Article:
I think that the biggest problem we face - despite the heroic work of financiers like Jerome - is the sheer scale of finance required to make the transition from carbon-based energy to renewables.

I think Humpty Dumpty is broken, and is not going to be put back together again.

There have been a couple of people recently - Willem Buiter and Nicholas Taleb to name two - who have been writing to the effect that we need new equity alternatives to debt.

I agree, and that is what I am proposing.

"The future is already here -- it's just not very evenly distributed" William Gibson

by ChrisCook (cojockathotmaildotcom) on Sun Jul 26th, 2009 at 07:38:31 PM EST
[ Parent ]
Citigroup's Phibro are clearly giving the others a run for their....errrr...our.... money....

In April, following its $45bn bailout, Citigroup asked the treasury to exempt Phibro from an investigation into excessive bonuses.

Phibro is a secretive outfit, which in recent years has accounted for a substantial chunk of Citigroup's profits. Little is known about Hall other than that he was an Oxford chemistry graduate who started work at BP before moving into oil trading for Salomon Brothers. After early gains, he lost $100m in the first Gulf war when oil prices plunged, but bounced back and became a multimillionaire and the boss of Phibro in the 1990s.

He is credited with buying every available oil futures contract in 2003, when they were priced on the basis that crude prices would remain stable. Over the next few years the demand for oil surged and prices soared to more than $150 a barrel, making Hall and Salomon Brothers owner Citigroup hundreds of millions of dollars.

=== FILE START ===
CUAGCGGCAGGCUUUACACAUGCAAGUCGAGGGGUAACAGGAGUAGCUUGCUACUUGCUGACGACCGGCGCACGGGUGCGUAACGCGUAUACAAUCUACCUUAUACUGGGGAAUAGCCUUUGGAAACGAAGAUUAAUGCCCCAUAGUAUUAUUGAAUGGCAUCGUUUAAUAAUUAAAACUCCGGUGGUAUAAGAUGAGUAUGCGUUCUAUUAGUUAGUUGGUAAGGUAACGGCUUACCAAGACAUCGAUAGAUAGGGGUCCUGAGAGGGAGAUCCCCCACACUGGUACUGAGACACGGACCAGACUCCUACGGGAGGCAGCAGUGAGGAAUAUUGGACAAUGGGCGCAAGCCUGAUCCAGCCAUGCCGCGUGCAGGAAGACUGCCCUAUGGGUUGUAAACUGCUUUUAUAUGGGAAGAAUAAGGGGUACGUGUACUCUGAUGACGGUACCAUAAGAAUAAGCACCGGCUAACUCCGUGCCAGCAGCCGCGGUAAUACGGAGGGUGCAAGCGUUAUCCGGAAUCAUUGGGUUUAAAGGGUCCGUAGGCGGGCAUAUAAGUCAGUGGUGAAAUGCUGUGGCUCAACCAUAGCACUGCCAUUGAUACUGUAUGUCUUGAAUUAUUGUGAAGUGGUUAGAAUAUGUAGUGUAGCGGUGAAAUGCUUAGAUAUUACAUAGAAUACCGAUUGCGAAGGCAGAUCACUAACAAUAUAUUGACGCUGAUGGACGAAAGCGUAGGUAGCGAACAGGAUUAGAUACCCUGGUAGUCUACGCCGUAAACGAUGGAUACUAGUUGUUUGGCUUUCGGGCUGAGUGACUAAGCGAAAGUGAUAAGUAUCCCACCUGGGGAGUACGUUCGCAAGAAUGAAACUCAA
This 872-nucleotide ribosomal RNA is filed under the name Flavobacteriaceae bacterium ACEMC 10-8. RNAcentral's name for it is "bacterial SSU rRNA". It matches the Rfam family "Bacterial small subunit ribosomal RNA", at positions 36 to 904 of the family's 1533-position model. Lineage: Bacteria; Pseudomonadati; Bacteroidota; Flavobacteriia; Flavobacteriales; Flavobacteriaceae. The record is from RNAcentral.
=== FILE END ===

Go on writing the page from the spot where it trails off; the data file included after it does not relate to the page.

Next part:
It is understood Hall is in line for a $100m payout this year.

"The future is already here -- it's just not very evenly distributed" William Gibson
by ChrisCook (cojockathotmaildotcom) on Mon Jul 27th, 2009 at 10:28:16 AM EST
Perhaps Geithner can give them a "non-public" exemption.

"It is not necessary to have hope in order to persevere."
by ARGeezer (ARGeezer a in a circle eurotrib daught com) on Mon Jul 27th, 2009 at 12:01:40 PM EST
[ Parent ]
I do feel you were talking a bit past each other.  

A number of studies (peak whale oil in the mid-19th century being the most interesting) have shown that price volatility is an expected result of the peaking and subsequent decline in the rate of production of any key resource.

How peaking and depletion cause the volatility is not clear.   There are many plausible hypotheses.  

In the case of whale oil, the constraint was biological (overfishing to extinction).  

In the case of petroleum, the constraint is geological--oil is created only under special circumstances over time-scales of millions of years.  

It seems likely that physical constraint--whether biological or geological or whatever--creates the opportunity for price manipulation (and fraud)--whether upward or downward.  But the fact of constraint means the average movement will always be upward.